The MKZ is Lincoln’s best selling car. That’s good, but also a little bad.
Healthy sales are always appreciated, but as Lincoln’s least expensive offering, the MKZ may not be the finest ambassador en masse for the automaker, seeing as it isn’t much more than a Ford Fusion in a tuxedo. This problem is compounded by company’s recent switch to an alphanumeric naming convention, which puts the focus on the brand name instead of the model – the MKZ used to be called the Zephyr.
So how do you make that situation work in your favor?
Lincoln exec: “What can we do to make the MKZ more impressive as an image leader?”
Lincoln exec’s flunky: “Is rap still cool?”
Delivery guy: “Hey, I’ve got a shipment of batteries and electric motors for the Mercury Milan Hybrid, but there’s no one around. It’s almost like the company is out of business.”
Lincoln exec: “I’ll sign for that!”
And just like that, the “most fuel-efficient luxury sedan” was born: the MKZ Hybrid.
Rated at 41 mpg city, 36 highway and 39 mpg combined, the MKZ Hybrid trumps the best four-door that Lexus has to offer, the HS250h, by 4 mpg. This is despite the fact that the Lincoln is a much larger car. And you even get a little more power in the bargain: 191 hp vs. 187 hp. Not a ton either way, but the Lincoln makes good use of what it has and never feels overtaxed.
Speaking of taxes, the bean counters at Lincoln HQ have managed to eliminate the dreaded hybrid premium for the first time the short history of this type of car. Priced exactly the same as the much more powerful, but much less fuel-efficient 21 mpg V6 model at $35,455, you can have your cake, eat it and stick it to the man. That is if the Ford family qualifies as the man where you come from, because if Lincoln is making any money off of this car then Alan Mulally really is the bailout-busting miracle worker that he’d like you to believe.
If not a tire-squeal generator, the powertrain in the MKZ is one of potent parsimony. It is capable of running at speeds of up to 47 mph in electric mode, and often does. No cordless car spends more time with its internal combustion engine off than this one, and the customizable EcoGuide displays in the instrument cluster effectively encourage you to get the most out of it.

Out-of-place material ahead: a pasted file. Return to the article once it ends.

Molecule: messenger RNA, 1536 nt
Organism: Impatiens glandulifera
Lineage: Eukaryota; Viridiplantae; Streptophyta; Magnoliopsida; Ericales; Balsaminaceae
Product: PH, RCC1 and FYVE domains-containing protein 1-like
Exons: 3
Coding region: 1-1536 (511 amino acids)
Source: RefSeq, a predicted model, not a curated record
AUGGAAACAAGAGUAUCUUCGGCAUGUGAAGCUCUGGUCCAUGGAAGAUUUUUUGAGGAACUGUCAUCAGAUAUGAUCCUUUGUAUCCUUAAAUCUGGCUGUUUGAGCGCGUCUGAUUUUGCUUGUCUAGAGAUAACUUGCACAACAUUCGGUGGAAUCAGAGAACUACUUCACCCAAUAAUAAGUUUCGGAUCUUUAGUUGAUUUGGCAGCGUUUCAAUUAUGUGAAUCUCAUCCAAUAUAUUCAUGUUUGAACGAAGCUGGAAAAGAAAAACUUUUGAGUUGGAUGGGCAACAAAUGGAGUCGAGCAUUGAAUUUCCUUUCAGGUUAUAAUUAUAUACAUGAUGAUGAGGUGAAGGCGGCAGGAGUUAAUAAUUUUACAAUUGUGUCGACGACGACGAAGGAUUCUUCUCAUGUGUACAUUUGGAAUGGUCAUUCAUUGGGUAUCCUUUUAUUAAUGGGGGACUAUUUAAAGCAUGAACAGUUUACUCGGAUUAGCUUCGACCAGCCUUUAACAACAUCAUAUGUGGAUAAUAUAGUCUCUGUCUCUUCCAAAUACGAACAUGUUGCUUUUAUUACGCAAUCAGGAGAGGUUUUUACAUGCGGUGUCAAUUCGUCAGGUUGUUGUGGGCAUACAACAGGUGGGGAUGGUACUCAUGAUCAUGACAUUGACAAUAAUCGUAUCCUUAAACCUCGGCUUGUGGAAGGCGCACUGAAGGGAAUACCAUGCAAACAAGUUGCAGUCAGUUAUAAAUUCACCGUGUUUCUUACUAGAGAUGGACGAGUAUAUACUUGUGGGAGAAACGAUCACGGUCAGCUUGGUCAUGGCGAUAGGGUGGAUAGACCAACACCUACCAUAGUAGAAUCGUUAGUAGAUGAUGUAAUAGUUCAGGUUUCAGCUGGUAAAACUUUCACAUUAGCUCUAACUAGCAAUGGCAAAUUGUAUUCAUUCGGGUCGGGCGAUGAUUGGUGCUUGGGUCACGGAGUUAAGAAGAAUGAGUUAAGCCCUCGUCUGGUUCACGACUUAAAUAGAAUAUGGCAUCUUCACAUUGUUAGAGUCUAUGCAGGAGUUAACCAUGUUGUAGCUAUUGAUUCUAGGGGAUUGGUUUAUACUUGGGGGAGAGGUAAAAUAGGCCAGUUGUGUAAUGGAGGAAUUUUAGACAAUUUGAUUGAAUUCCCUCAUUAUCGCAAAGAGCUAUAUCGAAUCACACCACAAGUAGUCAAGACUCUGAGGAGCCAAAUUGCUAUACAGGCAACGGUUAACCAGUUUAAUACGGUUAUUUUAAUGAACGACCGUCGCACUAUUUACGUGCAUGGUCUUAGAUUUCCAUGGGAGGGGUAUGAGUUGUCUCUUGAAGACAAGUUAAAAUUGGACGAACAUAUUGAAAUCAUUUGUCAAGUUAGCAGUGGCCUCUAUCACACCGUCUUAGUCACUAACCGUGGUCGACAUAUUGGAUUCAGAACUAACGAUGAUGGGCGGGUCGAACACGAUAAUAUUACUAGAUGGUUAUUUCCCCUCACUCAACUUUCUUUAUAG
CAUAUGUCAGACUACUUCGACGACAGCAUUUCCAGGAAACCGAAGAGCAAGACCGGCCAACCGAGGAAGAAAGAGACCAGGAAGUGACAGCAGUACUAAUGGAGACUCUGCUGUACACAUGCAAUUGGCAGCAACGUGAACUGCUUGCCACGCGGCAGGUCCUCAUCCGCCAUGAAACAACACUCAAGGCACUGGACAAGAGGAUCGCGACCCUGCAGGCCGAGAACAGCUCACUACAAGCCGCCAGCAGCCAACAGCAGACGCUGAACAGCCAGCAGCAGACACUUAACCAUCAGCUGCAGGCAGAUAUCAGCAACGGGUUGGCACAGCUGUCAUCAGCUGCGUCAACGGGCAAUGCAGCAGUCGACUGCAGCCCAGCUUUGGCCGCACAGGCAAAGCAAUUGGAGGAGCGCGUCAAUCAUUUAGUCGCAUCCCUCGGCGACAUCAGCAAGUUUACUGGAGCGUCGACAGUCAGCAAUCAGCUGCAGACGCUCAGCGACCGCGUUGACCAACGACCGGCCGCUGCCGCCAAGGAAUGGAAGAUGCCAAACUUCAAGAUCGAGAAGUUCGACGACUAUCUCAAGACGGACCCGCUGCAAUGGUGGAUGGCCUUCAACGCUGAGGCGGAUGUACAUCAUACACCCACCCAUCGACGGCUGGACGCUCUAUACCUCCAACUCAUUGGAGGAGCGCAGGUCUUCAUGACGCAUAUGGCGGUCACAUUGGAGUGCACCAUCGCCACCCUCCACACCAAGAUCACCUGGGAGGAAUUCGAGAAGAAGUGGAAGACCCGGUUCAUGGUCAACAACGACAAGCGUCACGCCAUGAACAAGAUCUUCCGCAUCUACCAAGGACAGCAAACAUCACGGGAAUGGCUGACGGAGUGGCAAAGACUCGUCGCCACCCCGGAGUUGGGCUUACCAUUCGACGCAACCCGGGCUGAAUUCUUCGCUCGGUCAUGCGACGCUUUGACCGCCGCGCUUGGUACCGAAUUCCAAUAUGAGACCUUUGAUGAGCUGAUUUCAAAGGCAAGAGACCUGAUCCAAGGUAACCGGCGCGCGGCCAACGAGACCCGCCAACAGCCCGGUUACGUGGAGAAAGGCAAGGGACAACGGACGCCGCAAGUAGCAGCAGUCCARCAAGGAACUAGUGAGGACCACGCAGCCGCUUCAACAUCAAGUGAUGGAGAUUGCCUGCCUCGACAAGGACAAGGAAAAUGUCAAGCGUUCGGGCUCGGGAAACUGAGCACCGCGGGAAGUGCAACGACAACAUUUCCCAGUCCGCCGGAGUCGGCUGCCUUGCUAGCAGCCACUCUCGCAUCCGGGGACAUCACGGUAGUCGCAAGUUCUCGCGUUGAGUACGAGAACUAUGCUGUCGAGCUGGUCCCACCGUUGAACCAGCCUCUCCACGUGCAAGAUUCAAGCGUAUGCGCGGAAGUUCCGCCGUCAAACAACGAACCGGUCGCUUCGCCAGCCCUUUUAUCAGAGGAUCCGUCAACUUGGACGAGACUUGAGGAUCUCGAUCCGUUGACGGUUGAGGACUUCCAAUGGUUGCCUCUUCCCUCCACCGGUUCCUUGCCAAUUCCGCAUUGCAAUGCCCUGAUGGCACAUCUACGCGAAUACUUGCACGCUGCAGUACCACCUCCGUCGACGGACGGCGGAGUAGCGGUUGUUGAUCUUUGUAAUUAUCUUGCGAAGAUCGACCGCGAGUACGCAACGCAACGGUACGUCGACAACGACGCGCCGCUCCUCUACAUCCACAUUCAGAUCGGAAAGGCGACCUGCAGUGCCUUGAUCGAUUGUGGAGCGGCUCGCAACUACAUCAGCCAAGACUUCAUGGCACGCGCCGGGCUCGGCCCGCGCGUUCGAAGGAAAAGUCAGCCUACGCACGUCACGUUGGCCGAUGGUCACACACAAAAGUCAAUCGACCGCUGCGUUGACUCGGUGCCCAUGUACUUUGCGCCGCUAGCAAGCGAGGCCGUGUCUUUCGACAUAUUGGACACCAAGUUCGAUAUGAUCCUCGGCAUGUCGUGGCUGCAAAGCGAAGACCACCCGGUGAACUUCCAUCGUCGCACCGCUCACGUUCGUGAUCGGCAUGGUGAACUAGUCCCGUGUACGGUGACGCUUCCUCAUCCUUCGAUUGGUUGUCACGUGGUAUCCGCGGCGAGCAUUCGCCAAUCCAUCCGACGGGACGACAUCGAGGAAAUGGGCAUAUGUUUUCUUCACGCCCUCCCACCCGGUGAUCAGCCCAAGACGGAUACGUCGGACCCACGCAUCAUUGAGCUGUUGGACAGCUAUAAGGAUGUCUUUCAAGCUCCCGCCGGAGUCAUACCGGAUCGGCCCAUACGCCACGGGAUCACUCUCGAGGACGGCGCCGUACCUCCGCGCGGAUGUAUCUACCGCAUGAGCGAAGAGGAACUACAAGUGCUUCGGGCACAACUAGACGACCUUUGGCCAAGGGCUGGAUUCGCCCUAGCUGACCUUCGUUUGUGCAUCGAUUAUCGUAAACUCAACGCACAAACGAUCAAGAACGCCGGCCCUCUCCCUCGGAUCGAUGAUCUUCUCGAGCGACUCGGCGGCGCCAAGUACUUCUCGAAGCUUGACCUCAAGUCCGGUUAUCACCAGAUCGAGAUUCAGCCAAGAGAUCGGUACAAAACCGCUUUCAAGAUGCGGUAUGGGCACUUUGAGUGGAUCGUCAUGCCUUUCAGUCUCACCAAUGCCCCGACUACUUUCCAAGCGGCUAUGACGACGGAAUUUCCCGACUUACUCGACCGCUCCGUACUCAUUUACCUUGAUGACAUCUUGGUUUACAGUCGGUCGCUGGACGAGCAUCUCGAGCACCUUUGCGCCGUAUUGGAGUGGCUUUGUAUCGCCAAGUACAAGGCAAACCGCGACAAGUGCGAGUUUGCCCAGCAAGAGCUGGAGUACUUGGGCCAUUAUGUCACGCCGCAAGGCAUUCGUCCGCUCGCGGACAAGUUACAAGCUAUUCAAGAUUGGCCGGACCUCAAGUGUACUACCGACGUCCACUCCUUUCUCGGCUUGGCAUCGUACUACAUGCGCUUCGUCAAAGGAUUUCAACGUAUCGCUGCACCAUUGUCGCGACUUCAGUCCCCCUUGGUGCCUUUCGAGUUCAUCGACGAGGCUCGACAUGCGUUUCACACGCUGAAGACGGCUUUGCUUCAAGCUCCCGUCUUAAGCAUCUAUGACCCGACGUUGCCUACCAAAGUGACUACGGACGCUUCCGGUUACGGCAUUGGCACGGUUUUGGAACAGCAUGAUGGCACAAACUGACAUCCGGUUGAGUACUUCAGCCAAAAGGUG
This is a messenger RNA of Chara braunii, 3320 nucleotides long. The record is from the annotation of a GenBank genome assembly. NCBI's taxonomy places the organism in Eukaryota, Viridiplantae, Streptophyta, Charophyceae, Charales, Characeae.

When the engine does turn on it is noticeable, and under full throttle sounds like the 2.5-liter 4-cylinder that it is. At other times it and the rest of the MKZ comprise one big noise-canceling headphone. This may very well be the quietest four-cylinder automobile ever.
Last year the entire MKZ lineup was given a thorough once-over and noise, vibration and harshness levels were brought to new lows. Interior surfaces are now covered in softer plastics and upscale woods and leathers, which Ford says are eco-friendly. That is if you don’t happen to be a tree or a bull.
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Unfortunately the simple, rectilinear look of the cabin is from a bygone era when environmental concerns were unimportant. Even when fitted with one of the excellent infotainment system options, you can’t help but get the impression that you’re at your parent’s house watching a console TV. It is roomy and airy, though, and the heated and cooled 10-way power adjustable seats are in it for the long haul. Combine them with the extra-light feel of the steering and it’s not long before you’re ready to trade your Lucky Brand Jeans for a pair of Sansabelts.
The fuel economy figures aren’t a stretch, either. You can forget about the 41 mpg city rating; I saw that on the highway, and I don’t drive 55 (unless of course that’s the prevailing speed limit, Mr. Fox News Legal Department). This thing sips fuel like the fine champagne you can afford to buy with your leftover gas budget.
There is an urban legend that Ford licensed its hybrid technology from Toyota the way that Nissan did for the Altima, but it is false. The truth is that while Ford was developing its own system it realized that it may have inadvertently stepped on some of Toyota’s patents and called the folks in Japan to discuss the matter. I turns out that Toyota was working on a new diesel engine that used some technology similar to Ford’s, so the two companies shook hands and proceeded on their merry ways. Or so I’ve been told.
When one considers how potent the MKZ Hybrid is - not to mention the Ford Escape Hybrid, which also tops its class in efficiency – it’s hard to believe that Ford hasn’t built a car to take on the Toyota Prius as fuel economy king. Ask the executives and they’ll tell you about market demands, battery production capacity and so on. All good excuses, but none of which support my own conspiracy theory that part of the deal with Toyota was that Ford isn’t allowed to make a Prius-fighter. It’s the only thing that makes sense.
Don’t believe me? When’s the last time you saw an advertisement for a diesel Toyota?
2011 Lincoln MKZ Hybrid
Base Price: $35,455
Type: five-passenger, four-door sedan
Powerplant: 2.5L inline-4 w/permanent magnet AC synchronous motor
Power (NET): 191 hp
Transmission: Continuously variable automatic
MPG: 41 city/36 hwy
Gary Gastelu is FoxNews.com's Automotive Editor.